For cash and community

25th February 2005 at 00:00
Nottingham's Islamia school clearly needs money. Based in a former Ukrainian social club in the city's deprived Hyson Green area, it charges modest annual fees of pound;1,600 and Dr Musharraf Hussain, the principal, said these left the school short of cash.

There are just 10 computers for its 160 pupils, aged five to 16. Its classrooms have never seen an interactive whiteboard and prayers take place during lunchtimes behind a curtain in the main hall.

But now the Islamia school, which teaches the full national curriculum, wants to come under the control of the local authority and has applied to Nottingham's school organisation committee for voluntary-aided status.

If it is successful, the school would still appoint most of the governors and retain control over admissions, religious education and collective worship, but it could also tap into Nottingham's pound;150 million education budget. That would give it, in total, more than pound;4,000 to spend per pupil.

Dr Hussain said he hoped to use the extra cash to expand into a 210-place primary. It would still have space for more than 70 secondary-age pupils, being educated nearby on a fee-paying basis.

"We want to be part of the wider community," he said. "We are situated in the middle of a multicultural part of the city, but we are limited as to what we can achieve.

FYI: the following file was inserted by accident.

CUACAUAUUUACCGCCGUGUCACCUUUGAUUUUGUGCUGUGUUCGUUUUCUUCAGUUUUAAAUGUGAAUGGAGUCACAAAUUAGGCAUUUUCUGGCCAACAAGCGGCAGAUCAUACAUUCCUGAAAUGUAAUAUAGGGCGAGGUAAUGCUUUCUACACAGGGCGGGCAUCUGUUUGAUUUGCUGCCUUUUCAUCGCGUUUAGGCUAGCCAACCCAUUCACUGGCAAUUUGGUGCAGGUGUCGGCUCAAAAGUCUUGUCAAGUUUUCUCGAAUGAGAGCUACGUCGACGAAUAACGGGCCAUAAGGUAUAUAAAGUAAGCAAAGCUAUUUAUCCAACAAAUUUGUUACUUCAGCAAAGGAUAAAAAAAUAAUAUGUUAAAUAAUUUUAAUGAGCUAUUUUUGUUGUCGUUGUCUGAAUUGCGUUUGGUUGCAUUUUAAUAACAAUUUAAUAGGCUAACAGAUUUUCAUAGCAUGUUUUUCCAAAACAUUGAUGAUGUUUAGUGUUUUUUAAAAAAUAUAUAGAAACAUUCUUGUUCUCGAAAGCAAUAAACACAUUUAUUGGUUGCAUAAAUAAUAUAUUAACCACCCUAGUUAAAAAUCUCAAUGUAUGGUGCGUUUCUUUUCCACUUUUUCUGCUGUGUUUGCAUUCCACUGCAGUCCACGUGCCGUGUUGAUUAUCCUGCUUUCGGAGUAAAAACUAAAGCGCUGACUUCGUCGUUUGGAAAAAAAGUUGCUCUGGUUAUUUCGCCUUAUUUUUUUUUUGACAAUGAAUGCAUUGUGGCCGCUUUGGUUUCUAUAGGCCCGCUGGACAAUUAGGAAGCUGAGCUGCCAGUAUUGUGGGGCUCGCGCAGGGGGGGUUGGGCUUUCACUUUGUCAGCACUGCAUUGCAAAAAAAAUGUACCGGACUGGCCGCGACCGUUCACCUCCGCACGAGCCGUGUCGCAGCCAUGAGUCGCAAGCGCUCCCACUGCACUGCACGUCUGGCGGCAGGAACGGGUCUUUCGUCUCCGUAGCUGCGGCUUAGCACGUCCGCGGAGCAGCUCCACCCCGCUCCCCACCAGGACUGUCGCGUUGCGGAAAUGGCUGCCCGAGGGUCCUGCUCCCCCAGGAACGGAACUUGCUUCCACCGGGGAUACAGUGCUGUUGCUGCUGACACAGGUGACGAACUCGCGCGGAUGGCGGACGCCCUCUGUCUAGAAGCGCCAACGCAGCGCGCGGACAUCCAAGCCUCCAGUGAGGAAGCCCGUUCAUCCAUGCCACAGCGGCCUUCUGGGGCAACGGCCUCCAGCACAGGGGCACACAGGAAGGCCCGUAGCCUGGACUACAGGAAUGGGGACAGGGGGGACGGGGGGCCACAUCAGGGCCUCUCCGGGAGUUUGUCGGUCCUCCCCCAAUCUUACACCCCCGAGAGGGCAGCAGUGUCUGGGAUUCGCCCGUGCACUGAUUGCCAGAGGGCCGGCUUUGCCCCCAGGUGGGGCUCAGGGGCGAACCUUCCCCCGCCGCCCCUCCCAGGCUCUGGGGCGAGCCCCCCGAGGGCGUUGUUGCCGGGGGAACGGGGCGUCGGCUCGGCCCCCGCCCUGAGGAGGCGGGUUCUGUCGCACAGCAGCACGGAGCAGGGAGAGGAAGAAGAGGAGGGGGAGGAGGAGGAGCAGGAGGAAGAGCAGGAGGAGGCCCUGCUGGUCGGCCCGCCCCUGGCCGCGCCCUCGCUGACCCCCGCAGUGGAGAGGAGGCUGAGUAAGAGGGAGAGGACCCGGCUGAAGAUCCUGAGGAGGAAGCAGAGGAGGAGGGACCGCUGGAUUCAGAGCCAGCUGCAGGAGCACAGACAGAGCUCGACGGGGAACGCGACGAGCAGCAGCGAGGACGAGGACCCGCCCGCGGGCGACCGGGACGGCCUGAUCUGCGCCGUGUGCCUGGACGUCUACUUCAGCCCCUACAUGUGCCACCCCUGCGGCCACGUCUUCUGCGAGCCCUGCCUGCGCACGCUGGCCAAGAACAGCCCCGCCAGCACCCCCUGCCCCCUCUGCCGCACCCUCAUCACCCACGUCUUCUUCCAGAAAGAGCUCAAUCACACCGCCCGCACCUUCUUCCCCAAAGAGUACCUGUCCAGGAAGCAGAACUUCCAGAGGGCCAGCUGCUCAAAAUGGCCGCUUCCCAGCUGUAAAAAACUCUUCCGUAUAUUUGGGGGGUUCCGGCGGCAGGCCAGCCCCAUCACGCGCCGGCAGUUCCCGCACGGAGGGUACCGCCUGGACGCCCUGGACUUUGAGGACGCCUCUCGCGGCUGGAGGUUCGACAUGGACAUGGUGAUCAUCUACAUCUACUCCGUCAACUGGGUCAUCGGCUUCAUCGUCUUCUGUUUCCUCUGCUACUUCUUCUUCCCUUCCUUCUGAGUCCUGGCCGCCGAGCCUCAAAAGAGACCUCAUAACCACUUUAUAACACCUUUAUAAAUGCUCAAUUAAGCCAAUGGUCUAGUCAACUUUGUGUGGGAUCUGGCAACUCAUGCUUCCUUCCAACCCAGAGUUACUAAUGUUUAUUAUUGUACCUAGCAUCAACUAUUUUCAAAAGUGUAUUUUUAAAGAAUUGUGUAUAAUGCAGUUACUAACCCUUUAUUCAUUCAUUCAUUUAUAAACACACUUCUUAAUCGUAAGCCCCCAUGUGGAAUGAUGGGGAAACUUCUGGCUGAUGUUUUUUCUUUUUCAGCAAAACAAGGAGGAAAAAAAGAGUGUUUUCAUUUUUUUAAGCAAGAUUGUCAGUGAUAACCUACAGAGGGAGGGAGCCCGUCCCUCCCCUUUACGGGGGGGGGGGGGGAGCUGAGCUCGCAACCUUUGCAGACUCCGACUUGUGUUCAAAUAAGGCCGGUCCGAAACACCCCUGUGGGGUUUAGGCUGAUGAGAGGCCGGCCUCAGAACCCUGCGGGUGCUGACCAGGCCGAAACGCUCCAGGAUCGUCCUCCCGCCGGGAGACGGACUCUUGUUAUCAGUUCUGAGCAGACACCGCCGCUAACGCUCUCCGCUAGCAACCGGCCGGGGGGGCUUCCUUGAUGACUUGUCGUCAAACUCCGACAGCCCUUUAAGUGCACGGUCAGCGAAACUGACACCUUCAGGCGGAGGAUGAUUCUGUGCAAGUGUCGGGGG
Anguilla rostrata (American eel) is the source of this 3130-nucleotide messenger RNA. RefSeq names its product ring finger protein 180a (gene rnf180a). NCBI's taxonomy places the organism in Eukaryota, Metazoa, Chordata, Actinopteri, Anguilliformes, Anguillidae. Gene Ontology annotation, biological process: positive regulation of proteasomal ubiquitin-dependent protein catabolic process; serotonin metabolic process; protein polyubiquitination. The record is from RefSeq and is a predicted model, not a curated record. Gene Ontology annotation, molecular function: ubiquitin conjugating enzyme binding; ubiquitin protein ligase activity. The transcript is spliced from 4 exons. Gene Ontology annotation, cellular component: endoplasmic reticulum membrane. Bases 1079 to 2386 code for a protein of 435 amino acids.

We have little money and feel segregated. I feel we could do so much more for the Muslim community of this city."

Subscribe to get access to the content on this page.

If you are already a Tes/ Tes Scotland subscriber please log in with your username or email address to get full access to our back issues, CPD library and membership plus page.

Not a subscriber? Find out more about our subscription offers.
Subscribe now
Existing subscriber?
Enter subscription number

Comments

The guide by your side – ensuring you are always up to date with the latest in education.

Get Tes magazine online and delivered to your door. Stay up to date with the latest research, teacher innovation and insight, plus classroom tips and techniques with a Tes magazine subscription.
With a Tes magazine subscription you get exclusive access to our CPD library. Including our New Teachers’ special for NQTS, Ed Tech, How to Get a Job, Trip Planner, Ed Biz Special and all Tes back issues.

Subscribe now